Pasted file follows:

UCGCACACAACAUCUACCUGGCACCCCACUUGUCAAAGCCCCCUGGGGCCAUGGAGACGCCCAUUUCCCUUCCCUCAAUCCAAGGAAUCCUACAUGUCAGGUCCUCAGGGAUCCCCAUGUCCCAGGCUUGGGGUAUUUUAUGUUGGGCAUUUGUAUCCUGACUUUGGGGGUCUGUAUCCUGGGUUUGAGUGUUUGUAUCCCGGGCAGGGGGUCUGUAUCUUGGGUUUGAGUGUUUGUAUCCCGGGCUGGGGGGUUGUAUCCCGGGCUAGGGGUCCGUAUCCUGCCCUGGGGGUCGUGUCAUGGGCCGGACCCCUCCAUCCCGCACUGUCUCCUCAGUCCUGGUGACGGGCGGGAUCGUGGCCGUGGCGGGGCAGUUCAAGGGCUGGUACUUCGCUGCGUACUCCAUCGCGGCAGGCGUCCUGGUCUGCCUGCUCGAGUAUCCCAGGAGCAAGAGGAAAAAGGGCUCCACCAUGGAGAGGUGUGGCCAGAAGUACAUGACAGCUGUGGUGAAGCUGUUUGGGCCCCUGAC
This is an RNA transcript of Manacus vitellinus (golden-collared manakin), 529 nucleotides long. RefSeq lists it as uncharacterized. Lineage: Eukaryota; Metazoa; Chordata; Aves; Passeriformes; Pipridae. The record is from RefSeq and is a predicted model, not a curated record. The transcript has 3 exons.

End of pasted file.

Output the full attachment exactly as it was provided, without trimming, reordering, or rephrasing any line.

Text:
UCGCACACAACAUCUACCUGGCACCCCACUUGUCAAAGCCCCCUGGGGCCAUGGAGACGCCCAUUUCCCUUCCCUCAAUCCAAGGAAUCCUACAUGUCAGGUCCUCAGGGAUCCCCAUGUCCCAGGCUUGGGGUAUUUUAUGUUGGGCAUUUGUAUCCUGACUUUGGGGGUCUGUAUCCUGGGUUUGAGUGUUUGUAUCCCGGGCAGGGGGUCUGUAUCUUGGGUUUGAGUGUUUGUAUCCCGGGCUGGGGGGUUGUAUCCCGGGCUAGGGGUCCGUAUCCUGCCCUGGGGGUCGUGUCAUGGGCCGGACCCCUCCAUCCCGCACUGUCUCCUCAGUCCUGGUGACGGGCGGGAUCGUGGCCGUGGCGGGGCAGUUCAAGGGCUGGUACUUCGCUGCGUACUCCAUCGCGGCAGGCGUCCUGGUCUGCCUGCUCGAGUAUCCCAGGAGCAAGAGGAAAAAGGGCUCCACCAUGGAGAGGUGUGGCCAGAAGUACAUGACAGCUGUGGUGAAGCUGUUUGGGCCCCUGAC
This is an RNA transcript of Manacus vitellinus (golden-collared manakin), 529 nucleotides long. RefSeq lists it as uncharacterized. Lineage: Eukaryota; Metazoa; Chordata; Aves; Passeriformes; Pipridae. The record is from RefSeq and is a predicted model, not a curated record. The transcript has 3 exons.